OXFORD AND CAMBRIDGE SCHOOLS EXAMINATION BOARD. General Certificate Examination - Advanced Level Chemistry (Salters') - Paper 3 mock.
ROBERT TAYLOR U6JW.
A Catalyst is a substance that alters the rate of a reaction. The catalyst remains unchanged at the end of the reaction. The process is called catalysis. In this report I aim going to explain the role of catalysts in chemical reactions and their importance in industry. I will also outline the problems associated with the use of some catalysts and discuss, using appropriate examples, new developments in this area which will help reduce damage to the environment.
The process of catalysis is essential to the modern day manufacturing industry. Ninety per cent, over a trillion dollars' worth, of manufactured items are produced with the help of catalysts every year. It is therefore logical that scientists are constantly searching for new improved catalysts which will improve efficiency or produce a greater yield.
An acidic catalyst works due its acid nature. Catalysts are strong acids and readily give up hydrogen ions, or protons: H+. Protons can be released from hydrated ions, for example H3O+, but more commonly they are released from ionisable hydroxyl groups (R-OH) where the O-H bond is broken to produce R-O- and H+. When the reactant receives protons from an acid it undergoes a conformational change, (change in shape and configuration), and becomes a reactive intermediate. The intermediate can then either become an isomer by returning a proton to the catalyst, or it may undergo a further reaction and form a completely new molecule.
Up until the mid - 1960's silica-alumina gels were used to catalyse the cracking of hydrocarbons. This form of cracking is where the large molecules in oil are converted into small, highly volatile molecules. However because the size of the pores of silica-alumina gels was so variable, (ranging from 0.1nm to 50nm), and the fact that their shape was so variable, they were hardly ideal catalysts. Due to the large size of their cavities, large carbonaceous products were able to form in the cavities thus lowering the reactivity if the catalyst. Catalysis with alumina silica-gels was also difficult to control precisely because of their indefinite structure, and therefore uneven distribution of protons.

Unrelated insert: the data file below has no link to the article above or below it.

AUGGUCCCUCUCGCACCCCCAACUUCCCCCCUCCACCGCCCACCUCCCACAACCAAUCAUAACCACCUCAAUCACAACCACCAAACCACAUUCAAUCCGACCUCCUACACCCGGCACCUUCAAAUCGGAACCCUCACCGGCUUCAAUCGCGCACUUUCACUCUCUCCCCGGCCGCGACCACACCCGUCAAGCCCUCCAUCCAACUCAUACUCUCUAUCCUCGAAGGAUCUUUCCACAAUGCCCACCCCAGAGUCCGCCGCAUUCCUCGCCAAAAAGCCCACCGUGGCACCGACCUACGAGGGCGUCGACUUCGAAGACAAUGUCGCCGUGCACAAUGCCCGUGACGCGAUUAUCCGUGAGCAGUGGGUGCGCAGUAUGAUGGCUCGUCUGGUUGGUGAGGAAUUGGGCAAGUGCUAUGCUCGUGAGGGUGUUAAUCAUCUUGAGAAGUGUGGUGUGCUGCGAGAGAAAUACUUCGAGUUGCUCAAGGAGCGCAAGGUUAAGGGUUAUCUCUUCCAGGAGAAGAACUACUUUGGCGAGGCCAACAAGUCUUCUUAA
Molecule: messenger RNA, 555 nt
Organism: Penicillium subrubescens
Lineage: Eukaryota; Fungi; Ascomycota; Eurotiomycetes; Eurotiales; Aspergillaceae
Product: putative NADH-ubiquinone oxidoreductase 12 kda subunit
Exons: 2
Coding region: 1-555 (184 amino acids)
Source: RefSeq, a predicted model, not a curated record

By the mid-1960's it was obvious that silica-alumina gels were inefficient as catalysts and they were replaced by zeolites. Zeolites are highly porous crystals with minute channels ranging from 0.3nm to 0.8nm in diameter. Due to their definite crystalline structure and the fact that their pores are too small to contain carbonaceous build-up, zeolites do not share the problems of silica- alumina gels.
Zeolites are able to exhibit shape-selective crystals i.e.. their active sites are specific to only a few product molecules (the ones that will fit into the tiny pores).
An example of this is when the zeolite ZSM-5 is used to catalyse the synthesis of 1,4-dimethylbenzine. When molecules of methylbenzene combine with methanol in the ZSM-5 catalyst, only rod-shaped molecules 1,4-dimethylbenzene are released, (these are the commercially desirable ones). The boomerang shaped molecules are unable to pass through the catalysts pores and are therefore not released.
Until relatively recently, one of the large drawbacks with catalysts was the highly toxic by-products which they became after use. This was because the catalysts were often corrosive acids with a high toxicity level in liquid form. Examples include hydrogen fluoride. Once these catalysts had been used this promoted great problems in terms of disposal as these acids corrode disposal containers and are highly dangerous to transport and handle.
These problems have been solved by a new type of catalyst. Solid acid catalysts, such as silica-alumina gels and zeolites, hold...